Two CALS professors have joined forces to help Wisconsin dairy producers improve milk quality.
Pamela Ruegg, dairy science professor and Extension milk quality specialist, and Doug Reinemann, professor and director of the UW Milking Research and Instruction Lab, have launched a new website offering updated information and decision-making tools for farmers to manage herd health and milking systems.
“Udder health and milking management have always been regarded as important factors in achieving high milk production, efficient milking and excellent milk quality,” said Reinemann. “When you have milk price premiums reported to be the largest financial opportunity related to milk quality, there are certainly incentives to manage for it every day in the parlor.”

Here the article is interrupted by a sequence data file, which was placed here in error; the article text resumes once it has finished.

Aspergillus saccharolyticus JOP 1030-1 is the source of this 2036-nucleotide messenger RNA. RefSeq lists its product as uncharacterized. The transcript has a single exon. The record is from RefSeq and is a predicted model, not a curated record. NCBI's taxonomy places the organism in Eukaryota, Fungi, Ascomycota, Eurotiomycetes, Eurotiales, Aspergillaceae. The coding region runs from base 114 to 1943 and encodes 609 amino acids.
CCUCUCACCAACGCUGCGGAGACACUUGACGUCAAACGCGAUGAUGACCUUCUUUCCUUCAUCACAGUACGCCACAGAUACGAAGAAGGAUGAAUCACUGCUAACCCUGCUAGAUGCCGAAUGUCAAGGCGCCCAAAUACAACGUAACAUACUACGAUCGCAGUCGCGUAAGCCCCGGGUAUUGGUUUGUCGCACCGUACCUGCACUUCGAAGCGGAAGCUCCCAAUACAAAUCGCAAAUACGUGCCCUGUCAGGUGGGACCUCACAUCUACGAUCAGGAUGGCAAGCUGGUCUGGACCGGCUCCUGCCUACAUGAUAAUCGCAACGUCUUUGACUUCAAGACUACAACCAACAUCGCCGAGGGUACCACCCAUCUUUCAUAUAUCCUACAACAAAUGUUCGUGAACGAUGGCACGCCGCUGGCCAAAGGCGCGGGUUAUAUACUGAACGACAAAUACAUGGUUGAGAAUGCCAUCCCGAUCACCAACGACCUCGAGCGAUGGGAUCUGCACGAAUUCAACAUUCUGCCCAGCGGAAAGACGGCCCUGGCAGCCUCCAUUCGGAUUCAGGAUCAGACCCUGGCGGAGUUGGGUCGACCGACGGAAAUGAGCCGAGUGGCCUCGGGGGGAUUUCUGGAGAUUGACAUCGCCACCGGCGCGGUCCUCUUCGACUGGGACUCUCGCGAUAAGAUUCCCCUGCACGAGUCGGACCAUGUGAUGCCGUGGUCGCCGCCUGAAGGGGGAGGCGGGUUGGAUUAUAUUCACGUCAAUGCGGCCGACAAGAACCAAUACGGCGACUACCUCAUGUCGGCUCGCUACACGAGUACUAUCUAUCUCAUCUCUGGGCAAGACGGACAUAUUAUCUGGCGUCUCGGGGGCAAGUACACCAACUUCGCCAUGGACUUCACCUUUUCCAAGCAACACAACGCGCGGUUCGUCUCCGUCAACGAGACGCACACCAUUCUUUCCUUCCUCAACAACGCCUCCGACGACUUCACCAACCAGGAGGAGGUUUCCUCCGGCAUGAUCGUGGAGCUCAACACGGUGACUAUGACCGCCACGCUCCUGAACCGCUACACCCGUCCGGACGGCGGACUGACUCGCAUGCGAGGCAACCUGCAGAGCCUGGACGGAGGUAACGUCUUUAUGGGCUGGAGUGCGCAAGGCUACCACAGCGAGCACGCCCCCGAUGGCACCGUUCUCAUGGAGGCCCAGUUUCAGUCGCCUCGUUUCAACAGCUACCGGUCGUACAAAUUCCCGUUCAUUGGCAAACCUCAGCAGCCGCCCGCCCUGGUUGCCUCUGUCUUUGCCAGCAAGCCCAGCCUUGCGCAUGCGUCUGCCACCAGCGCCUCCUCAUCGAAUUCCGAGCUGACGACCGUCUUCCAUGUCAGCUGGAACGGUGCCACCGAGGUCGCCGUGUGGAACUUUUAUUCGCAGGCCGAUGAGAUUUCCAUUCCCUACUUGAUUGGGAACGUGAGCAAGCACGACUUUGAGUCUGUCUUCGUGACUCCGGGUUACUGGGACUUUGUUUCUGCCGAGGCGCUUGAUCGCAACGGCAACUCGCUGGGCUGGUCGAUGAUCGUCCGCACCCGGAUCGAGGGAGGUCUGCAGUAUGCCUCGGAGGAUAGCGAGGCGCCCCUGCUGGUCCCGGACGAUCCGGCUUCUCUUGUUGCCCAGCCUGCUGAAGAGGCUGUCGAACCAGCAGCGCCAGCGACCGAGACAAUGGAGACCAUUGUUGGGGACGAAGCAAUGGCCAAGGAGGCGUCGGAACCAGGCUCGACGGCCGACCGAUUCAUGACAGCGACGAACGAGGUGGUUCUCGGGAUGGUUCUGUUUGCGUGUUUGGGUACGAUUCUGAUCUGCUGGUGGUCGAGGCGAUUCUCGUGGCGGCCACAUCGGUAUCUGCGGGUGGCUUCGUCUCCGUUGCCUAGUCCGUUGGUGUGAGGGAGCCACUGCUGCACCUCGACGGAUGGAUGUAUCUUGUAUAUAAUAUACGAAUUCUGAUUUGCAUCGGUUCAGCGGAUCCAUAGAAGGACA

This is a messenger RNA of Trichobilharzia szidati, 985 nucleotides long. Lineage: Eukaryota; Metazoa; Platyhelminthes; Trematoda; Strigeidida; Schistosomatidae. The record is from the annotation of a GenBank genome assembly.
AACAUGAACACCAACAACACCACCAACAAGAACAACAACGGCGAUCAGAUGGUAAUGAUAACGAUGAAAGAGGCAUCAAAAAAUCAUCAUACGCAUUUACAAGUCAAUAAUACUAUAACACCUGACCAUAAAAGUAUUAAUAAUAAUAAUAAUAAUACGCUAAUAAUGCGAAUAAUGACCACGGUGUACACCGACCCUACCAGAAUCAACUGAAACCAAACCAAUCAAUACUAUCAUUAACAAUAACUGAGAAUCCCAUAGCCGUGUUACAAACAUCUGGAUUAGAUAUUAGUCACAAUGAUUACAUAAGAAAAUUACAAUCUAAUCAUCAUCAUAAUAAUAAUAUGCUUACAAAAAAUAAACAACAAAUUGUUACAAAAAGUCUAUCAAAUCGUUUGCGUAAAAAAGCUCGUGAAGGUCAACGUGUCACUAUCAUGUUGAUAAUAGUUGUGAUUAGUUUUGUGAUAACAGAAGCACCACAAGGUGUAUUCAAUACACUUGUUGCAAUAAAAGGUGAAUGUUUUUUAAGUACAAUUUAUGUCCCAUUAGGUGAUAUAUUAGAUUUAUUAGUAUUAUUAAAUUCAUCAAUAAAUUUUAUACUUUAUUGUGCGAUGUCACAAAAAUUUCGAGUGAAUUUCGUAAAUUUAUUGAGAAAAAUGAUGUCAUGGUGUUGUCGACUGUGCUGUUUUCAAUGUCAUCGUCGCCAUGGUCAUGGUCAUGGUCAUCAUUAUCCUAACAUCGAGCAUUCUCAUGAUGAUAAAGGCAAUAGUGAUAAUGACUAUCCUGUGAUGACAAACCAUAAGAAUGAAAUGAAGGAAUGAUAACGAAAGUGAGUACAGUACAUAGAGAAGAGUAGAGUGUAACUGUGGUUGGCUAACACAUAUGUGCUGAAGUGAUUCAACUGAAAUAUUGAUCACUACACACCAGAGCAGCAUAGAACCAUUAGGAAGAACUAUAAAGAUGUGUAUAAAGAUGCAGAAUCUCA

The website is not just for farmers. Resources are also available for veterinarians, extension agents, researchers and industry representatives.
“Producing high-quality milk is not a one-person job. It takes a team-based approach to be able to evaluate, manage and meet milk quality goals. Including extension and agricultural professionals helps farmers achieve goals more rapidly and increase farm income,” said Ruegg.
Ruegg and Reinemann have collaborated before to develop extension programs and publish academic papers focused on herd health and milking management, the UW Milk Quality Website represents the first time these resources are available in one place.
“This is an opportunity to share our research, as well as the latest science-based, peer-reviewed information on dairy production from around the world. We are responding to requests for better accessibility,” said Ruegg. “The website has now become a comprehensive resource for dairy producers to achieve milk quality success. It’s a one-stop-shop.”
The website will be updated weekly with featured articles and news releases covering various topics on milk quality. Spanish-translated educational materials will also be available.
This entry was posted in Extension and Outreach and tagged dairy, milk quality by Charlene Krembs. Bookmark the permalink.